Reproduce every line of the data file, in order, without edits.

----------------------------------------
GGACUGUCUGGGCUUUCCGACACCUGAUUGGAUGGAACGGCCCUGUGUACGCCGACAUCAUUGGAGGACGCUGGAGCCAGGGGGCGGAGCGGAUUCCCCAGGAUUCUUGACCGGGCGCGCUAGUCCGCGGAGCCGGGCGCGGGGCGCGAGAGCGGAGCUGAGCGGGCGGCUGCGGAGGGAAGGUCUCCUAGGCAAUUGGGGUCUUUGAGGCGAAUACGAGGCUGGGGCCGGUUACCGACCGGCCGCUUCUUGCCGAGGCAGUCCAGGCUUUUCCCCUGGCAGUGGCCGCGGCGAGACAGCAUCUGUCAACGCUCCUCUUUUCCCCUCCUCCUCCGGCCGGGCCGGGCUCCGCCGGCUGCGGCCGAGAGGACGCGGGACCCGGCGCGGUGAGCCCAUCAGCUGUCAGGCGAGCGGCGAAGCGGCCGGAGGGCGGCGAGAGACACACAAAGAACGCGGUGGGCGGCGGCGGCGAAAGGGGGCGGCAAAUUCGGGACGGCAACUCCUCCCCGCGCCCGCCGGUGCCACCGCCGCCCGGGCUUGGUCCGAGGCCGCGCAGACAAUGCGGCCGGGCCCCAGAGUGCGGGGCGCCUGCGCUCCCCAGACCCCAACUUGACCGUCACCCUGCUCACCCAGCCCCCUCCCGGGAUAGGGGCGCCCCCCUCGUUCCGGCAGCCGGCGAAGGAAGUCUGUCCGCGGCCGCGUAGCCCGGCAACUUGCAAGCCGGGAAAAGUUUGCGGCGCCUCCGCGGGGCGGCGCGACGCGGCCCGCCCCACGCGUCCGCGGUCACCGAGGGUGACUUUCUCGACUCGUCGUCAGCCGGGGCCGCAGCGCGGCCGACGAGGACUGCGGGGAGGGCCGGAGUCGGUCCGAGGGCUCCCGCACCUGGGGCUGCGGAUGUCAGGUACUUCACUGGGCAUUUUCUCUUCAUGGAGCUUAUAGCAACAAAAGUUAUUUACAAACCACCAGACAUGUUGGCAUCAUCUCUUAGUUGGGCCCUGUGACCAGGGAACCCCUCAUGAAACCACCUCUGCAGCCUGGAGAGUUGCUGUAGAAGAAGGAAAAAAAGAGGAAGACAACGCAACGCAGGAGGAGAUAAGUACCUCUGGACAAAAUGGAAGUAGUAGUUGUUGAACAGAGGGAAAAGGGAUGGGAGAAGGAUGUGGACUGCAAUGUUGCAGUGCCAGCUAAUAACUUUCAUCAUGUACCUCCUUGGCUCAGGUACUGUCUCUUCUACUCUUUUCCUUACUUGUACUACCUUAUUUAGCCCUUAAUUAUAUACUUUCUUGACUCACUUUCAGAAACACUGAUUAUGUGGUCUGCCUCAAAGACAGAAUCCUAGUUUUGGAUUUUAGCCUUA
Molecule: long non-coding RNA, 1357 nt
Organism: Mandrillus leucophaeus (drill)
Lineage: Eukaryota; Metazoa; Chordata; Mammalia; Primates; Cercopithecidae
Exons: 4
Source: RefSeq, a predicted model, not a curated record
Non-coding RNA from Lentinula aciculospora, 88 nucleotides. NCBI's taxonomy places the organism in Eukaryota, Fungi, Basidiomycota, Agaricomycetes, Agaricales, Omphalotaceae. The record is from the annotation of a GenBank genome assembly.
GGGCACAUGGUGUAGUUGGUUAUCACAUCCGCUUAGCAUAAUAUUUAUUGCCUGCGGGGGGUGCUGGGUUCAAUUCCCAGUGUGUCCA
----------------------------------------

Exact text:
GGACUGUCUGGGCUUUCCGACACCUGAUUGGAUGGAACGGCCCUGUGUACGCCGACAUCAUUGGAGGACGCUGGAGCCAGGGGGCGGAGCGGAUUCCCCAGGAUUCUUGACCGGGCGCGCUAGUCCGCGGAGCCGGGCGCGGGGCGCGAGAGCGGAGCUGAGCGGGCGGCUGCGGAGGGAAGGUCUCCUAGGCAAUUGGGGUCUUUGAGGCGAAUACGAGGCUGGGGCCGGUUACCGACCGGCCGCUUCUUGCCGAGGCAGUCCAGGCUUUUCCCCUGGCAGUGGCCGCGGCGAGACAGCAUCUGUCAACGCUCCUCUUUUCCCCUCCUCCUCCGGCCGGGCCGGGCUCCGCCGGCUGCGGCCGAGAGGACGCGGGACCCGGCGCGGUGAGCCCAUCAGCUGUCAGGCGAGCGGCGAAGCGGCCGGAGGGCGGCGAGAGACACACAAAGAACGCGGUGGGCGGCGGCGGCGAAAGGGGGCGGCAAAUUCGGGACGGCAACUCCUCCCCGCGCCCGCCGGUGCCACCGCCGCCCGGGCUUGGUCCGAGGCCGCGCAGACAAUGCGGCCGGGCCCCAGAGUGCGGGGCGCCUGCGCUCCCCAGACCCCAACUUGACCGUCACCCUGCUCACCCAGCCCCCUCCCGGGAUAGGGGCGCCCCCCUCGUUCCGGCAGCCGGCGAAGGAAGUCUGUCCGCGGCCGCGUAGCCCGGCAACUUGCAAGCCGGGAAAAGUUUGCGGCGCCUCCGCGGGGCGGCGCGACGCGGCCCGCCCCACGCGUCCGCGGUCACCGAGGGUGACUUUCUCGACUCGUCGUCAGCCGGGGCCGCAGCGCGGCCGACGAGGACUGCGGGGAGGGCCGGAGUCGGUCCGAGGGCUCCCGCACCUGGGGCUGCGGAUGUCAGGUACUUCACUGGGCAUUUUCUCUUCAUGGAGCUUAUAGCAACAAAAGUUAUUUACAAACCACCAGACAUGUUGGCAUCAUCUCUUAGUUGGGCCCUGUGACCAGGGAACCCCUCAUGAAACCACCUCUGCAGCCUGGAGAGUUGCUGUAGAAGAAGGAAAAAAAGAGGAAGACAACGCAACGCAGGAGGAGAUAAGUACCUCUGGACAAAAUGGAAGUAGUAGUUGUUGAACAGAGGGAAAAGGGAUGGGAGAAGGAUGUGGACUGCAAUGUUGCAGUGCCAGCUAAUAACUUUCAUCAUGUACCUCCUUGGCUCAGGUACUGUCUCUUCUACUCUUUUCCUUACUUGUACUACCUUAUUUAGCCCUUAAUUAUAUACUUUCUUGACUCACUUUCAGAAACACUGAUUAUGUGGUCUGCCUCAAAGACAGAAUCCUAGUUUUGGAUUUUAGCCUUA
Molecule: long non-coding RNA, 1357 nt
Organism: Mandrillus leucophaeus (drill)
Lineage: Eukaryota; Metazoa; Chordata; Mammalia; Primates; Cercopithecidae
Exons: 4
Source: RefSeq, a predicted model, not a curated record
Non-coding RNA from Lentinula aciculospora, 88 nucleotides. NCBI's taxonomy places the organism in Eukaryota, Fungi, Basidiomycota, Agaricomycetes, Agaricales, Omphalotaceae. The record is from the annotation of a GenBank genome assembly.
GGGCACAUGGUGUAGUUGGUUAUCACAUCCGCUUAGCAUAAUAUUUAUUGCCUGCGGGGGGUGCUGGGUUCAAUUCCCAGUGUGUCCA